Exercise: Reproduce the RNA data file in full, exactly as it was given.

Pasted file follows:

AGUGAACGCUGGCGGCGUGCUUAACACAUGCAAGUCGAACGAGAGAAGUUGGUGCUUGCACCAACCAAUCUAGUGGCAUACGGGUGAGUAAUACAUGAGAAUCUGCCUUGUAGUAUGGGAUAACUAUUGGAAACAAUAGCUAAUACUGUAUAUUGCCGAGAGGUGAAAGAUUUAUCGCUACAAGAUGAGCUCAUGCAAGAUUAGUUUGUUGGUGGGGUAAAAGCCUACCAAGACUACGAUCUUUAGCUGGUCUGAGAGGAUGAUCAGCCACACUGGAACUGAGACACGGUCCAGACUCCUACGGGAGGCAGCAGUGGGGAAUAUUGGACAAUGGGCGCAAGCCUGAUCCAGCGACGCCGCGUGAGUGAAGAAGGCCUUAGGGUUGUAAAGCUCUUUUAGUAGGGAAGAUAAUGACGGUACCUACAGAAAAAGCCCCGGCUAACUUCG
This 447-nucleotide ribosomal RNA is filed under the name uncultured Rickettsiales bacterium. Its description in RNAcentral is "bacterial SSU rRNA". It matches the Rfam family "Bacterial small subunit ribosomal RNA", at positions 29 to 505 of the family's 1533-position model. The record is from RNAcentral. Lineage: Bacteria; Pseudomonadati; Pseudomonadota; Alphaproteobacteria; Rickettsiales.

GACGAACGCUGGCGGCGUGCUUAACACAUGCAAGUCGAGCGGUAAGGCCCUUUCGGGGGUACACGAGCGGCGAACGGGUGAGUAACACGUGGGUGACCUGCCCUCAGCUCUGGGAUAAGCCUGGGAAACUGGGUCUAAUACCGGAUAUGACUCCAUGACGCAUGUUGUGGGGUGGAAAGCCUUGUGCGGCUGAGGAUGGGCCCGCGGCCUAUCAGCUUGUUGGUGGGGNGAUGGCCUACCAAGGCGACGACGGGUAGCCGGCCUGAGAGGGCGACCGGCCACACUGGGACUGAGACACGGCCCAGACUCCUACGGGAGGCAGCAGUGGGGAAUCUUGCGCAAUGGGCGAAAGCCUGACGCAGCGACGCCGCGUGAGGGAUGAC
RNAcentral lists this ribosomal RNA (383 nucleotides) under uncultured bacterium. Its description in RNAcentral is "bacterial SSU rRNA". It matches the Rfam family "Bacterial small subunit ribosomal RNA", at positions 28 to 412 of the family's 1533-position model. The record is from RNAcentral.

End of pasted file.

AGUGAACGCUGGCGGCGUGCUUAACACAUGCAAGUCGAACGAGAGAAGUUGGUGCUUGCACCAACCAAUCUAGUGGCAUACGGGUGAGUAAUACAUGAGAAUCUGCCUUGUAGUAUGGGAUAACUAUUGGAAACAAUAGCUAAUACUGUAUAUUGCCGAGAGGUGAAAGAUUUAUCGCUACAAGAUGAGCUCAUGCAAGAUUAGUUUGUUGGUGGGGUAAAAGCCUACCAAGACUACGAUCUUUAGCUGGUCUGAGAGGAUGAUCAGCCACACUGGAACUGAGACACGGUCCAGACUCCUACGGGAGGCAGCAGUGGGGAAUAUUGGACAAUGGGCGCAAGCCUGAUCCAGCGACGCCGCGUGAGUGAAGAAGGCCUUAGGGUUGUAAAGCUCUUUUAGUAGGGAAGAUAAUGACGGUACCUACAGAAAAAGCCCCGGCUAACUUCG
This 447-nucleotide ribosomal RNA is filed under the name uncultured Rickettsiales bacterium. Its description in RNAcentral is "bacterial SSU rRNA". It matches the Rfam family "Bacterial small subunit ribosomal RNA", at positions 29 to 505 of the family's 1533-position model. The record is from RNAcentral. Lineage: Bacteria; Pseudomonadati; Pseudomonadota; Alphaproteobacteria; Rickettsiales.

GACGAACGCUGGCGGCGUGCUUAACACAUGCAAGUCGAGCGGUAAGGCCCUUUCGGGGGUACACGAGCGGCGAACGGGUGAGUAACACGUGGGUGACCUGCCCUCAGCUCUGGGAUAAGCCUGGGAAACUGGGUCUAAUACCGGAUAUGACUCCAUGACGCAUGUUGUGGGGUGGAAAGCCUUGUGCGGCUGAGGAUGGGCCCGCGGCCUAUCAGCUUGUUGGUGGGGNGAUGGCCUACCAAGGCGACGACGGGUAGCCGGCCUGAGAGGGCGACCGGCCACACUGGGACUGAGACACGGCCCAGACUCCUACGGGAGGCAGCAGUGGGGAAUCUUGCGCAAUGGGCGAAAGCCUGACGCAGCGACGCCGCGUGAGGGAUGAC
RNAcentral lists this ribosomal RNA (383 nucleotides) under uncultured bacterium. Its description in RNAcentral is "bacterial SSU rRNA". It matches the Rfam family "Bacterial small subunit ribosomal RNA", at positions 28 to 412 of the family's 1533-position model. The record is from RNAcentral.